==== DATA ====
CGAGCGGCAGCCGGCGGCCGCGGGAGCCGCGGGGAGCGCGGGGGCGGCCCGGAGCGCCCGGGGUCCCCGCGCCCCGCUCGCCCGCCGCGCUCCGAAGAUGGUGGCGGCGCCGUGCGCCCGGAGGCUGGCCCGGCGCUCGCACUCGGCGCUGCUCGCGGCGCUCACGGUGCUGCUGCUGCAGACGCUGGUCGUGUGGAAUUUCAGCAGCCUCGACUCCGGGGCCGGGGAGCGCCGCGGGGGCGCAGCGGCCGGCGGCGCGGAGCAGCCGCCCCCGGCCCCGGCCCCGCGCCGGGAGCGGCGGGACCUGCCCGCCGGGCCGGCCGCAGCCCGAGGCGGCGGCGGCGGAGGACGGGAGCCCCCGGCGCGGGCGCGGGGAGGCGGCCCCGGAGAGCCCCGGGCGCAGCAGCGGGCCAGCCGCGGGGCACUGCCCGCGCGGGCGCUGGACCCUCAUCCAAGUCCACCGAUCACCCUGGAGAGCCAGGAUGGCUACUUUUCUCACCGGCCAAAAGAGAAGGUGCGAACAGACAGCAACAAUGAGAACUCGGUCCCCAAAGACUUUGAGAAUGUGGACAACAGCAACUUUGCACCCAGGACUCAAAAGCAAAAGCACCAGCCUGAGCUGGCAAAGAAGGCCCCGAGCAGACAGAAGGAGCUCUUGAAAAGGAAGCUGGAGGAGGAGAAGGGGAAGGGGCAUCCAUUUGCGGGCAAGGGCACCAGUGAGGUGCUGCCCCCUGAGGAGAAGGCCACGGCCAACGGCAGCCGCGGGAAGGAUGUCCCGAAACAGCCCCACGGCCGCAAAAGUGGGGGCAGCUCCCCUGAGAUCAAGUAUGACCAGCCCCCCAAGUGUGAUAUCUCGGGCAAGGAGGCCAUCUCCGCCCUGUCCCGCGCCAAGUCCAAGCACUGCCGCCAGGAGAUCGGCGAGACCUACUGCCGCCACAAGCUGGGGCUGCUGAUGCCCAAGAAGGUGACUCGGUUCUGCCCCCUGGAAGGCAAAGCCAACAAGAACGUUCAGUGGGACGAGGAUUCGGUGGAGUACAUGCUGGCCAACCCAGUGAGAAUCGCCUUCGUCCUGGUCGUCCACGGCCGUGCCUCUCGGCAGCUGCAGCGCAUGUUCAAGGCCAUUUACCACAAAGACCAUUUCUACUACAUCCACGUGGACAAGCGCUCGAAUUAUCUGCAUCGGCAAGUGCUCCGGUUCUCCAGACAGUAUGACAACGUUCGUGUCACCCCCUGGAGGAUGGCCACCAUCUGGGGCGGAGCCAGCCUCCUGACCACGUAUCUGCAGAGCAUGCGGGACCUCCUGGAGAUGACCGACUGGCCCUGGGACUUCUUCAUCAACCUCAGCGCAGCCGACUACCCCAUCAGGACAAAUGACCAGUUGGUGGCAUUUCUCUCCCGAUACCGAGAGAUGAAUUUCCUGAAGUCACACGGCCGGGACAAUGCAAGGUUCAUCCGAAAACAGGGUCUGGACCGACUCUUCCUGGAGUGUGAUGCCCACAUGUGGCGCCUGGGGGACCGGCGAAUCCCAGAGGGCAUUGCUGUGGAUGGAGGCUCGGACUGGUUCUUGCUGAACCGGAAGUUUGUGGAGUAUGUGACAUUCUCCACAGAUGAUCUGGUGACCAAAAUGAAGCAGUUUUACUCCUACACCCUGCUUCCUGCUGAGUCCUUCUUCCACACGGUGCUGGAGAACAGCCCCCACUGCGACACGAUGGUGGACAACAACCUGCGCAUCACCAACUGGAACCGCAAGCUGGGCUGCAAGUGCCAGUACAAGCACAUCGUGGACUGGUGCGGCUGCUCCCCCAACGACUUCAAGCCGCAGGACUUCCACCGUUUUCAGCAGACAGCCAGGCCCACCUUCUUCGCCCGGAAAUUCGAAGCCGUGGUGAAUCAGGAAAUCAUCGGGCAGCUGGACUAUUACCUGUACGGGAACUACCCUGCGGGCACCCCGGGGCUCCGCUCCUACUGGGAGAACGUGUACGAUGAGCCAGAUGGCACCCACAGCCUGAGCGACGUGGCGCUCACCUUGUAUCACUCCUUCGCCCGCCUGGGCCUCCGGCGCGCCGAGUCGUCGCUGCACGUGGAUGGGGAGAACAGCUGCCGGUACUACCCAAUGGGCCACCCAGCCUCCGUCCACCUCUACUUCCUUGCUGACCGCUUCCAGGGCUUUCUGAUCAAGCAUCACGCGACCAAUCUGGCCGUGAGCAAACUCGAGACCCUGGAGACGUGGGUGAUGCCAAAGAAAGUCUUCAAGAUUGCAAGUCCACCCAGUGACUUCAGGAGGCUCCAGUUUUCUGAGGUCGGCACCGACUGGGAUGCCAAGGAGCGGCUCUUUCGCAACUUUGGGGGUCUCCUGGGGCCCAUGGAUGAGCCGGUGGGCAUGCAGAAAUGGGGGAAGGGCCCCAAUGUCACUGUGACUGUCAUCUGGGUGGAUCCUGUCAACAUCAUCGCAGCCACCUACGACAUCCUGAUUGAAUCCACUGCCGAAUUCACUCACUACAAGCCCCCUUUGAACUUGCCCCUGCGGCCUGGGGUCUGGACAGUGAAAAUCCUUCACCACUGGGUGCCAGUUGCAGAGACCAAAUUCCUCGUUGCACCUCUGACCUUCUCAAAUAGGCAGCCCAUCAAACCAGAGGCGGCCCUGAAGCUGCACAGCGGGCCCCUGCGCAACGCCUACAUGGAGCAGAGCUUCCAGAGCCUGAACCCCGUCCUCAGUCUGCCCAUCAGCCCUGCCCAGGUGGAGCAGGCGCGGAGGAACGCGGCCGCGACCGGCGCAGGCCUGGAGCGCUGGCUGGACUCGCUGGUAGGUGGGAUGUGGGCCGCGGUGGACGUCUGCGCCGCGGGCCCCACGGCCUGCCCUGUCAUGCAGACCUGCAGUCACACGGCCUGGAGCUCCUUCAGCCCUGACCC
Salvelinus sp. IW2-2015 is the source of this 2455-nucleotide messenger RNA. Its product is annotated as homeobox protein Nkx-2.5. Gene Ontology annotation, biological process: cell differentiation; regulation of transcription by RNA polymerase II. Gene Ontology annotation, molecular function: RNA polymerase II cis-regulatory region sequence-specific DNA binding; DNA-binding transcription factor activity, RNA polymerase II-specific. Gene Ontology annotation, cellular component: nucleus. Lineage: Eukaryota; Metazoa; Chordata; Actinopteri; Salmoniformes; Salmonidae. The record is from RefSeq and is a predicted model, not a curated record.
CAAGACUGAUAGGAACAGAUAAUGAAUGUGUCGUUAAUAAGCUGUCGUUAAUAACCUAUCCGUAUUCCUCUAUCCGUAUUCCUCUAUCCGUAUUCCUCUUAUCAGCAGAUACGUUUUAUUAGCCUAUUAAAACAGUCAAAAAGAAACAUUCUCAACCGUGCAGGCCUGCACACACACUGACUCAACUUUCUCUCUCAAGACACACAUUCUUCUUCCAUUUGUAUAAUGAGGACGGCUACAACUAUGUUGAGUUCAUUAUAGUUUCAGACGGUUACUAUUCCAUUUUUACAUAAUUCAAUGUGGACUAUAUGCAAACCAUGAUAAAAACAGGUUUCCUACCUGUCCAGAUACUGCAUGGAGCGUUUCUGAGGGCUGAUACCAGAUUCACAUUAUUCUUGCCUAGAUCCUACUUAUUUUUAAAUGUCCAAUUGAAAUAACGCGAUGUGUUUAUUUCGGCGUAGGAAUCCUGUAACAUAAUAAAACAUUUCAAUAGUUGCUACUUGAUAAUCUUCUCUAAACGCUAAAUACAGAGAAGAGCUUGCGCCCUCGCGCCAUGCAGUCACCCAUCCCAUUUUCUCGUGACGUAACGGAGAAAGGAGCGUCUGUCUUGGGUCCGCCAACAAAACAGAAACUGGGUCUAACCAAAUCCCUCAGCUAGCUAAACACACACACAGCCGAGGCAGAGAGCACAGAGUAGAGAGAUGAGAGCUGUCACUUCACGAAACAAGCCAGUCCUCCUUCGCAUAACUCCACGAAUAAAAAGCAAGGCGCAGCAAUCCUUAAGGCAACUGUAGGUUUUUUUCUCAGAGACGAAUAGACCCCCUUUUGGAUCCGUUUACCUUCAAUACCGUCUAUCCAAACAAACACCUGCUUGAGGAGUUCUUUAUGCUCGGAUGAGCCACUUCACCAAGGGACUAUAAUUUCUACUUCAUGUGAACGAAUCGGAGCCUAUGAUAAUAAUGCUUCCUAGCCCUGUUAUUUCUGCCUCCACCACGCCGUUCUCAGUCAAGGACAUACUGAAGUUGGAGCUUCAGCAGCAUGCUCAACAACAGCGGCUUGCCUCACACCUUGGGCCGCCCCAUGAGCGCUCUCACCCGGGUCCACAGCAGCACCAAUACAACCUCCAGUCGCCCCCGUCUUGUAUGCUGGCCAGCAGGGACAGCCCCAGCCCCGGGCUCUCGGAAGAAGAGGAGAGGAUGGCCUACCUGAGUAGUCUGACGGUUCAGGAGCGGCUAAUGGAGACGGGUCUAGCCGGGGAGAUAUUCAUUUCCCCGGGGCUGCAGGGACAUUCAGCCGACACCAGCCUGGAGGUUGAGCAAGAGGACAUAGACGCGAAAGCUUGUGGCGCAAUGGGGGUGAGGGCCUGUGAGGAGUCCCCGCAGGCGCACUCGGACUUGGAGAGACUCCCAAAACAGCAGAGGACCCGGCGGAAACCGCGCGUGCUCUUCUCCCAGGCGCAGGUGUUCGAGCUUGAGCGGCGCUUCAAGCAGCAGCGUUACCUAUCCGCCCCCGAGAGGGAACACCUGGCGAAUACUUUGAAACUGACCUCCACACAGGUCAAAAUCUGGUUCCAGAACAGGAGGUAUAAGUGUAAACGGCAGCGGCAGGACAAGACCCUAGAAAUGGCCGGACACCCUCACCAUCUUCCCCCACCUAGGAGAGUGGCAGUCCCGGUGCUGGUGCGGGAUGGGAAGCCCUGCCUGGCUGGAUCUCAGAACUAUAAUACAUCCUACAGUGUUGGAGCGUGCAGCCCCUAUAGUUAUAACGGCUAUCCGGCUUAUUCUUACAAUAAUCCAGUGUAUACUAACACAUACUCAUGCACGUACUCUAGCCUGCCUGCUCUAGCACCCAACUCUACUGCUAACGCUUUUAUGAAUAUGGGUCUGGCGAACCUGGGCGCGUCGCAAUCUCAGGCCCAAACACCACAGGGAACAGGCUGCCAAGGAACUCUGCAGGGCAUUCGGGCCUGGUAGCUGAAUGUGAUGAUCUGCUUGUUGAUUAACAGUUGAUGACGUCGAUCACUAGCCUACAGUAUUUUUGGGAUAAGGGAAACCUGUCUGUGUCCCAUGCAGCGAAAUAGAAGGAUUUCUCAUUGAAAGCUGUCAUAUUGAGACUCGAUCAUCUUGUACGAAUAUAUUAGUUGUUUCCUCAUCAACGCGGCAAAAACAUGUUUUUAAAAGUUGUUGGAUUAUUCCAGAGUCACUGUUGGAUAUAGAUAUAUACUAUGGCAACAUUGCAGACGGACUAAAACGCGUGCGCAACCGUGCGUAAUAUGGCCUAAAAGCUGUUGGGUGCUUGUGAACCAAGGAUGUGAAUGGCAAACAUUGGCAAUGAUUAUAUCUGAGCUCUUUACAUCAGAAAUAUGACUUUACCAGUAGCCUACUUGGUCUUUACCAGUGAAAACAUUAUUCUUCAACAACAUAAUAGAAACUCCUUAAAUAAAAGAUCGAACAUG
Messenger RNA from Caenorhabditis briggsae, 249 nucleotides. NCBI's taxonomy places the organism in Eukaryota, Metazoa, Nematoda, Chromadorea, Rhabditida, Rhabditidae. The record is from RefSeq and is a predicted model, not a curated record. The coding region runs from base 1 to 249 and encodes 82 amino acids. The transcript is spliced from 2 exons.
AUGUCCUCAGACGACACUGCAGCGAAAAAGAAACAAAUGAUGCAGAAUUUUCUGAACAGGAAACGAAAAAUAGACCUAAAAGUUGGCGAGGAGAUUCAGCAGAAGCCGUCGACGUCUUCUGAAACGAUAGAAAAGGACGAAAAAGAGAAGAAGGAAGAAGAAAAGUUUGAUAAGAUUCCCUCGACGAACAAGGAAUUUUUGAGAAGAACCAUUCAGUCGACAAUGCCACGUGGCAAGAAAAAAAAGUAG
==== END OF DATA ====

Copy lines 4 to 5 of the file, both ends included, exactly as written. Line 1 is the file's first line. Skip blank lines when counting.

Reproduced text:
Messenger RNA from Caenorhabditis briggsae, 249 nucleotides. NCBI's taxonomy places the organism in Eukaryota, Metazoa, Nematoda, Chromadorea, Rhabditida, Rhabditidae. The record is from RefSeq and is a predicted model, not a curated record. The coding region runs from base 1 to 249 and encodes 82 amino acids. The transcript is spliced from 2 exons.
AUGUCCUCAGACGACACUGCAGCGAAAAAGAAACAAAUGAUGCAGAAUUUUCUGAACAGGAAACGAAAAAUAGACCUAAAAGUUGGCGAGGAGAUUCAGCAGAAGCCGUCGACGUCUUCUGAAACGAUAGAAAAGGACGAAAAAGAGAAGAAGGAAGAAGAAAAGUUUGAUAAGAUUCCCUCGACGAACAAGGAAUUUUUGAGAAGAACCAUUCAGUCGACAAUGCCACGUGGCAAGAAAAAAAAGUAG